Turkish cuisine is simple, variegated and it follows a certain kind of culinary discipline that makes it one of the richest culinary heritages. The richness also is because of the influences of the imperial kitchen on the Turkish cuisine. The Turkish cuisine also has traces of Persian and Greek mementoes. However, Turkish cuisine has an authenticity of its own. The main ingredient of any Turkish dish stands out as it is not smeared in lots of spices or tossed in heavy and strong sauce, which means that there are a very pairings to go with the Turkish delicacies. The main ingredients of Turkish cuisine are eggplant, green pepper, onion, lentil, bean, tomato, garlic, and cucumber. The Turkish array of fruits comprises grape, apricot, cherry, melon, fig, lemon, pistachio, pine nut, almond, hazelnut, watermelon, and walnut are among the most abundantly used fruits and nuts. Preferred spices and herbs are dill, mint, parsley, cinnamon, garlic, and the lemony sumac.
The main meal of the day starts with a Turkish breakfast. Turkish breakfast adheres to the principle of eating breakfast like a king. Yea the first meal of the day is really elaborate consisiting of beyaz peynir (white cheese), honey or jam, black olives, boiled eggs with wedges of Turkish bread. A king-size breakfast includes fresh fruit, vegetables, yogurt, accompanied by honey and jam, pastries called pogaca and various kinds of cheese borek (layered pastry leaves cooked in the oven). Turkish black tea, brewed until very strong and bitter, is then diluted with water, and drunk from small tulip-shaped glasses is served at breakfast and throughout the day.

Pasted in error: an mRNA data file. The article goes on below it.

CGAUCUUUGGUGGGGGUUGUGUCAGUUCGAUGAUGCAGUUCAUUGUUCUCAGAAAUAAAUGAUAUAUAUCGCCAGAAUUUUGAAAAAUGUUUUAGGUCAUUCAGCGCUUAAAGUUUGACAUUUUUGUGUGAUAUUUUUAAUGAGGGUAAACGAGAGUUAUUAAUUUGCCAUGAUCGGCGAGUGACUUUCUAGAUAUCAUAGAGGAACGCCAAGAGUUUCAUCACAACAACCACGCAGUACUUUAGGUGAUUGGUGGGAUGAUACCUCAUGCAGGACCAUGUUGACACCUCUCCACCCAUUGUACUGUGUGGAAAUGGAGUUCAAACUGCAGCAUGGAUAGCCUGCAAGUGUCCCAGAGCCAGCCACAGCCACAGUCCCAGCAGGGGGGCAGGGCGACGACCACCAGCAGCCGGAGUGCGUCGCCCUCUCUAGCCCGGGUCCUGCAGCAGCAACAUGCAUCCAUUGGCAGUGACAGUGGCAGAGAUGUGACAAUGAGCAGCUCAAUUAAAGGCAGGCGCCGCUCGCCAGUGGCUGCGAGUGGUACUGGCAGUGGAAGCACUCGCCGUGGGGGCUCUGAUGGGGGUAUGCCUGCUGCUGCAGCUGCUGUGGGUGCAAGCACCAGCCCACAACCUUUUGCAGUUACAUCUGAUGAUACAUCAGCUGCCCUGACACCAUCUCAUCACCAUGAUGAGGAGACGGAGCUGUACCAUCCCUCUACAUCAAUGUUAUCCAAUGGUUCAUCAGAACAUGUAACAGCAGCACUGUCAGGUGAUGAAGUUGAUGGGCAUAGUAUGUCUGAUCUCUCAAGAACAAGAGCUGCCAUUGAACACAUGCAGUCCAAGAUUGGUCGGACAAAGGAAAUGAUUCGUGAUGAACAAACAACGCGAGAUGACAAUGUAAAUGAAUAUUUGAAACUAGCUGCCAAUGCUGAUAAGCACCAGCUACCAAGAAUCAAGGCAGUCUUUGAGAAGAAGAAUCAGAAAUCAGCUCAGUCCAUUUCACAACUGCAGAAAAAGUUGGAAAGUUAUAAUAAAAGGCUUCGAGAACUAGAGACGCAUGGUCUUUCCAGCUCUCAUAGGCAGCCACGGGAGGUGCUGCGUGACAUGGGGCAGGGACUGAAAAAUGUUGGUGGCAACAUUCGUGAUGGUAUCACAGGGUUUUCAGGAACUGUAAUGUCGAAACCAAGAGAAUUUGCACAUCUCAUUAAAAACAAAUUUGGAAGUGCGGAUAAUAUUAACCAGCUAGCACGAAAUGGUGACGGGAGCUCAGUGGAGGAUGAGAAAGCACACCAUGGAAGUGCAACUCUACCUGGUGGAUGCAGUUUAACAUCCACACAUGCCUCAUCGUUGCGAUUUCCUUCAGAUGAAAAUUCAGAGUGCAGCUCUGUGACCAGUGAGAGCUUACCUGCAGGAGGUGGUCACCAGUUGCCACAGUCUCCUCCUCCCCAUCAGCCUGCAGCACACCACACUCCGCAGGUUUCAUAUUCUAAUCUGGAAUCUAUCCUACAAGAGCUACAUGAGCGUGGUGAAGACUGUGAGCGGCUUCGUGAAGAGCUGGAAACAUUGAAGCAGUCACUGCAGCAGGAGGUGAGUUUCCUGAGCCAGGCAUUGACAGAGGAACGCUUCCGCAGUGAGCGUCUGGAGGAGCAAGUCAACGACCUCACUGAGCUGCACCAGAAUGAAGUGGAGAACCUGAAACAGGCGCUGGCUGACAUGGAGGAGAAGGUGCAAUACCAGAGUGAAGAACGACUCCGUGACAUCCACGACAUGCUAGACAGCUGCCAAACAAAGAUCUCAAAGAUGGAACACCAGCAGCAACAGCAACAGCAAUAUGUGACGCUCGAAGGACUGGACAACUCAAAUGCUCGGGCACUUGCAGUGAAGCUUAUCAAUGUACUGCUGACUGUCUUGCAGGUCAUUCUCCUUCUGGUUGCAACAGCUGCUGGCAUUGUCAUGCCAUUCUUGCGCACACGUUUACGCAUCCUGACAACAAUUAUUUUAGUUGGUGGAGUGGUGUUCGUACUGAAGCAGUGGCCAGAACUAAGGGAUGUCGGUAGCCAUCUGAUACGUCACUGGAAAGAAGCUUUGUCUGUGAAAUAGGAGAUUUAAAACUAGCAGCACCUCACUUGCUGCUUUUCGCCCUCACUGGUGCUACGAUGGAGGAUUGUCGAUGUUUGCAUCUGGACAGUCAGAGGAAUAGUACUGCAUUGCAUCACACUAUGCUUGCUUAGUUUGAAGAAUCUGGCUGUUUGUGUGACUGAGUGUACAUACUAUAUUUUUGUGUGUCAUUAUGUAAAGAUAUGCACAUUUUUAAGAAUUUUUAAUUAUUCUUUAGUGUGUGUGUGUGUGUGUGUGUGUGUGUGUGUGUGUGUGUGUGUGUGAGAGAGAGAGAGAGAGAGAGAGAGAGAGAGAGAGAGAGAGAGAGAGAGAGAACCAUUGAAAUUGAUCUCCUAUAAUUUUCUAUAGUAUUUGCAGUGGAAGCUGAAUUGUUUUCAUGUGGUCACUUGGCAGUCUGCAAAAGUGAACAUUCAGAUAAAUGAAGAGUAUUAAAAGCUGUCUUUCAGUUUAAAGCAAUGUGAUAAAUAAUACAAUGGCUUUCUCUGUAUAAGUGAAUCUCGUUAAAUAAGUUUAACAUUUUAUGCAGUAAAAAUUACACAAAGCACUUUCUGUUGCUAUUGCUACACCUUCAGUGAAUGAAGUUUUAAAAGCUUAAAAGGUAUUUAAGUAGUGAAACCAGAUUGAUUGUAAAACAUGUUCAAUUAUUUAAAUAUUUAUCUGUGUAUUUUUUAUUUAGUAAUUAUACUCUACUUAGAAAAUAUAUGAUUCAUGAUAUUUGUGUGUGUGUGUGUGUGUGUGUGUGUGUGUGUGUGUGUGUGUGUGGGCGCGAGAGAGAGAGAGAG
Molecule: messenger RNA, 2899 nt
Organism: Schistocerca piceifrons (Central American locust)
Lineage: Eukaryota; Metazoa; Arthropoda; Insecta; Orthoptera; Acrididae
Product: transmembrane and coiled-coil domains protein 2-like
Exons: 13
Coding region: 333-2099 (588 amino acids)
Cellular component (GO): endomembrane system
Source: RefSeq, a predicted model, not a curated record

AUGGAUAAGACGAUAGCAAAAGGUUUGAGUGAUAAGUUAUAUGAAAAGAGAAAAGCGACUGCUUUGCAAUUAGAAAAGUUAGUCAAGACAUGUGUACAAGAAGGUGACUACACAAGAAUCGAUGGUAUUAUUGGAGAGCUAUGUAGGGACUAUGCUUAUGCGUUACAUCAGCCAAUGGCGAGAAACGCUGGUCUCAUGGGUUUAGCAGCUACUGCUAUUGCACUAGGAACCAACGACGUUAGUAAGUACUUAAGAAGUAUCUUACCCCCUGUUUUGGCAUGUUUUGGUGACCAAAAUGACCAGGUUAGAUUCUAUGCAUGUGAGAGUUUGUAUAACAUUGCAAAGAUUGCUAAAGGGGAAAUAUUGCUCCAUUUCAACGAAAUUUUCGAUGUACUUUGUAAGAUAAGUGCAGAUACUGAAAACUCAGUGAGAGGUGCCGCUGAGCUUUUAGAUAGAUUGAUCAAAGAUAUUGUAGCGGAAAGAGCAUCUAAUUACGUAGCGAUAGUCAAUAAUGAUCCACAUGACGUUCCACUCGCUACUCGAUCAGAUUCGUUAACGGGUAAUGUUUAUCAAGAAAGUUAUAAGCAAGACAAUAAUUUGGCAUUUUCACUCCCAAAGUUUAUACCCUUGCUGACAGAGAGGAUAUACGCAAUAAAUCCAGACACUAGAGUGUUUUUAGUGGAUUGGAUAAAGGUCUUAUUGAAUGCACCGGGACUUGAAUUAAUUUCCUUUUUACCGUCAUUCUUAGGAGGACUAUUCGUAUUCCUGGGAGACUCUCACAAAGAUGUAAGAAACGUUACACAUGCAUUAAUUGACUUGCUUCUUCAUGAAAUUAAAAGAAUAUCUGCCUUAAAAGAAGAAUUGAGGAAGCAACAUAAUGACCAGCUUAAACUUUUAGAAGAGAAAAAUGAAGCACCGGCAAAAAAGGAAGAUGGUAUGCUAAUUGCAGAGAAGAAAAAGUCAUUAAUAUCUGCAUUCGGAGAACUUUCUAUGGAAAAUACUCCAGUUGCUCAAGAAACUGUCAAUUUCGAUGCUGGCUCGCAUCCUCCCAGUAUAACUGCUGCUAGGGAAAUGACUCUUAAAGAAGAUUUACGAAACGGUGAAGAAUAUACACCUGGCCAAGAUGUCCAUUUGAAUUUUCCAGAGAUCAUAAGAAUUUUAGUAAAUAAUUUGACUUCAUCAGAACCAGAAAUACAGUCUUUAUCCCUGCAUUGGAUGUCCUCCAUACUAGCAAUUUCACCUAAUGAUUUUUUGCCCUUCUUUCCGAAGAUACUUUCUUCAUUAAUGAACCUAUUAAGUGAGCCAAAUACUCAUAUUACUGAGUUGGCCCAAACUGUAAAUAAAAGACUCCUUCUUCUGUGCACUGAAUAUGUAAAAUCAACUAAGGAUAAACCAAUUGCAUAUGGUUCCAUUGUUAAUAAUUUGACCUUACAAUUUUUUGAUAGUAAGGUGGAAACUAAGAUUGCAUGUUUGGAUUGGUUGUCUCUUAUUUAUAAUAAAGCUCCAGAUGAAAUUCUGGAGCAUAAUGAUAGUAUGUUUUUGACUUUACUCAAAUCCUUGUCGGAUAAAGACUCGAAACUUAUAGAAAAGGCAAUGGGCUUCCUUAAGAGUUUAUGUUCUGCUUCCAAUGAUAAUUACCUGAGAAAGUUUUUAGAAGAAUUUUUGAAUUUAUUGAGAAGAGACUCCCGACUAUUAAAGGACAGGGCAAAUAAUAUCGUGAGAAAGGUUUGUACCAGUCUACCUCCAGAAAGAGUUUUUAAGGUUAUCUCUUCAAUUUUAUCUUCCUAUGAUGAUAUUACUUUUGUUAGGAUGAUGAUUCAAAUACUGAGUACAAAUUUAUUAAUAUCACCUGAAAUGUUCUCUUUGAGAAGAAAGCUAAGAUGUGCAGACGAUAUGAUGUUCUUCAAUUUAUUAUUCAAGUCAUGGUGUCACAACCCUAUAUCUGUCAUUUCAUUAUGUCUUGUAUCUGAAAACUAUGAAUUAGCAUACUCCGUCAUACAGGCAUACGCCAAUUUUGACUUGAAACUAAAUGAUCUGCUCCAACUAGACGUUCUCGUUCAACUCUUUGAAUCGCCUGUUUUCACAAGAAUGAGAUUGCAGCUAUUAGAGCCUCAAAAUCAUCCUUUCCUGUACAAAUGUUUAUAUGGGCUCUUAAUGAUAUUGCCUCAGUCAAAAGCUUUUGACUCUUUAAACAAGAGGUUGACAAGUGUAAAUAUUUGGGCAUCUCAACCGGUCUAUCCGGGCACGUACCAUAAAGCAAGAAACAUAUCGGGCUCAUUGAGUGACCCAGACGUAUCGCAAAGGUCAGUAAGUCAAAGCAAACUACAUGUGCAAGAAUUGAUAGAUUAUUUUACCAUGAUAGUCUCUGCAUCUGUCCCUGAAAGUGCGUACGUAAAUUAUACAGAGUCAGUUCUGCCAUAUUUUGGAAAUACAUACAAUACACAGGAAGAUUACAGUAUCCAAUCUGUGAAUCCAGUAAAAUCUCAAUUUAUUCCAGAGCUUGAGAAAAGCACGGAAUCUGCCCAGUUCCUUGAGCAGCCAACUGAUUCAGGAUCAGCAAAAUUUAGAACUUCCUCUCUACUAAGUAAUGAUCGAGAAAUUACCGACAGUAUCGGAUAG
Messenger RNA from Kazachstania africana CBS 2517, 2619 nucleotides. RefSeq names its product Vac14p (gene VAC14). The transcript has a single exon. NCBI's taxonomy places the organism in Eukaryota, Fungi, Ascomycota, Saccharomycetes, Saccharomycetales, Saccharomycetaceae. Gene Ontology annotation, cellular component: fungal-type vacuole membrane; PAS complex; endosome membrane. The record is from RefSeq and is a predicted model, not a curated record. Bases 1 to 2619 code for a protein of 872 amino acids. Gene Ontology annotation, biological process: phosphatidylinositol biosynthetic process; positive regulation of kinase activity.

Lunch in the Turkish cuisine contains the main course of Pilaf and lamb carvings. To begin with soups, the famous soup is red lentil soup. Pilaf is one of the oldest preparations of rice and it is paired with either rice or vegetables depending upon the local cuisine. The famous meats that occupy the main meal are Doner kebab; layered lamb, ground beef and spices roasted on a vertical spit and served thinly-sliced over rice or in a roll with tomatoes, hot peppers and French fries, shis kebab, chicken cooked on skewer over a coal fire and pastrima ( a sun dried cumin-fenugreek coated preserved beef delicacy).
A Turkish dinner begins with Meze, which is an assortment of small dishes taken with wine, usually in Turkish cuisine it is an assortment of seafood like pickled fish, smoked fish, and dried fish. Main course consist of white cheese, meatballs, dolma – green pepper, grape leaves and eggplants, stuffed with rice and meat, borek or phyllo dough stuffed with cheese, meat or vegetables and hummus or dips prepared with sesame, chickpeas, garlic, olive oil, lemon juice and seafood.
Finally, an array of desserts which is rich and I wonder whether they have it at one go. Rice and starch puddings (muhallebi, sutlac), helva (halvah), kadayýf (kataifi), revani (made of semolina and starch) are among other varieties. Kaymak (clotted cream) is often served with sweet desserts to cut through the sweetness. Tea or thick Turkish coffee (with or without sugar) is usually served after dinner or more rarely together with desserts. Lokum (or Turkish Delight, in english) is another variant of Turkish well-known desserts.
I am stuffed and I do not think I would be wanting for more for my Sunday breakfast, lunch and dinner…no I am not planning to prepare a royal meal leaving my Sunday worship. But I will go for the easiest pilaf with lamb of course.